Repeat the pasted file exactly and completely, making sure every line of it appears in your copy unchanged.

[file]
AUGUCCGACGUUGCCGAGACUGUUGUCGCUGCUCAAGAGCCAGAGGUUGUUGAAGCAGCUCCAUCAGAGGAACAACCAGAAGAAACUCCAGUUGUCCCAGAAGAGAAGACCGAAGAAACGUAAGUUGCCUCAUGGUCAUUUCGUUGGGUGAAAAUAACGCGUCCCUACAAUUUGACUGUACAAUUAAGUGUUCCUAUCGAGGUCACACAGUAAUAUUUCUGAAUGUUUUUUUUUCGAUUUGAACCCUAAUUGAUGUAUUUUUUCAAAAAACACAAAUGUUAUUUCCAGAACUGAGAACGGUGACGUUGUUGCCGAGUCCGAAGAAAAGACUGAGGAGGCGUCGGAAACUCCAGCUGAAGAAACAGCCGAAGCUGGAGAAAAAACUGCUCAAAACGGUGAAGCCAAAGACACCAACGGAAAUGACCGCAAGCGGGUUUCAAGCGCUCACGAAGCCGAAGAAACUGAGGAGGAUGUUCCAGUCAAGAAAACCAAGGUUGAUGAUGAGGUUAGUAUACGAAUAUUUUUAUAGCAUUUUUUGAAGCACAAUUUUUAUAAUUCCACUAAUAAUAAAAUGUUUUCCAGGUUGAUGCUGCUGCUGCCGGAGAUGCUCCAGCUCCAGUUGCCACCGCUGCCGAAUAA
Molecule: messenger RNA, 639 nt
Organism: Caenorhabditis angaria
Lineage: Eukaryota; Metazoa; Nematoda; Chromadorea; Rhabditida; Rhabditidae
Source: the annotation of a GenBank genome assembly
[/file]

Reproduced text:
AUGUCCGACGUUGCCGAGACUGUUGUCGCUGCUCAAGAGCCAGAGGUUGUUGAAGCAGCUCCAUCAGAGGAACAACCAGAAGAAACUCCAGUUGUCCCAGAAGAGAAGACCGAAGAAACGUAAGUUGCCUCAUGGUCAUUUCGUUGGGUGAAAAUAACGCGUCCCUACAAUUUGACUGUACAAUUAAGUGUUCCUAUCGAGGUCACACAGUAAUAUUUCUGAAUGUUUUUUUUUCGAUUUGAACCCUAAUUGAUGUAUUUUUUCAAAAAACACAAAUGUUAUUUCCAGAACUGAGAACGGUGACGUUGUUGCCGAGUCCGAAGAAAAGACUGAGGAGGCGUCGGAAACUCCAGCUGAAGAAACAGCCGAAGCUGGAGAAAAAACUGCUCAAAACGGUGAAGCCAAAGACACCAACGGAAAUGACCGCAAGCGGGUUUCAAGCGCUCACGAAGCCGAAGAAACUGAGGAGGAUGUUCCAGUCAAGAAAACCAAGGUUGAUGAUGAGGUUAGUAUACGAAUAUUUUUAUAGCAUUUUUUGAAGCACAAUUUUUAUAAUUCCACUAAUAAUAAAAUGUUUUCCAGGUUGAUGCUGCUGCUGCCGGAGAUGCUCCAGCUCCAGUUGCCACCGCUGCCGAAUAA
Molecule: messenger RNA, 639 nt
Organism: Caenorhabditis angaria
Lineage: Eukaryota; Metazoa; Nematoda; Chromadorea; Rhabditida; Rhabditidae
Source: the annotation of a GenBank genome assembly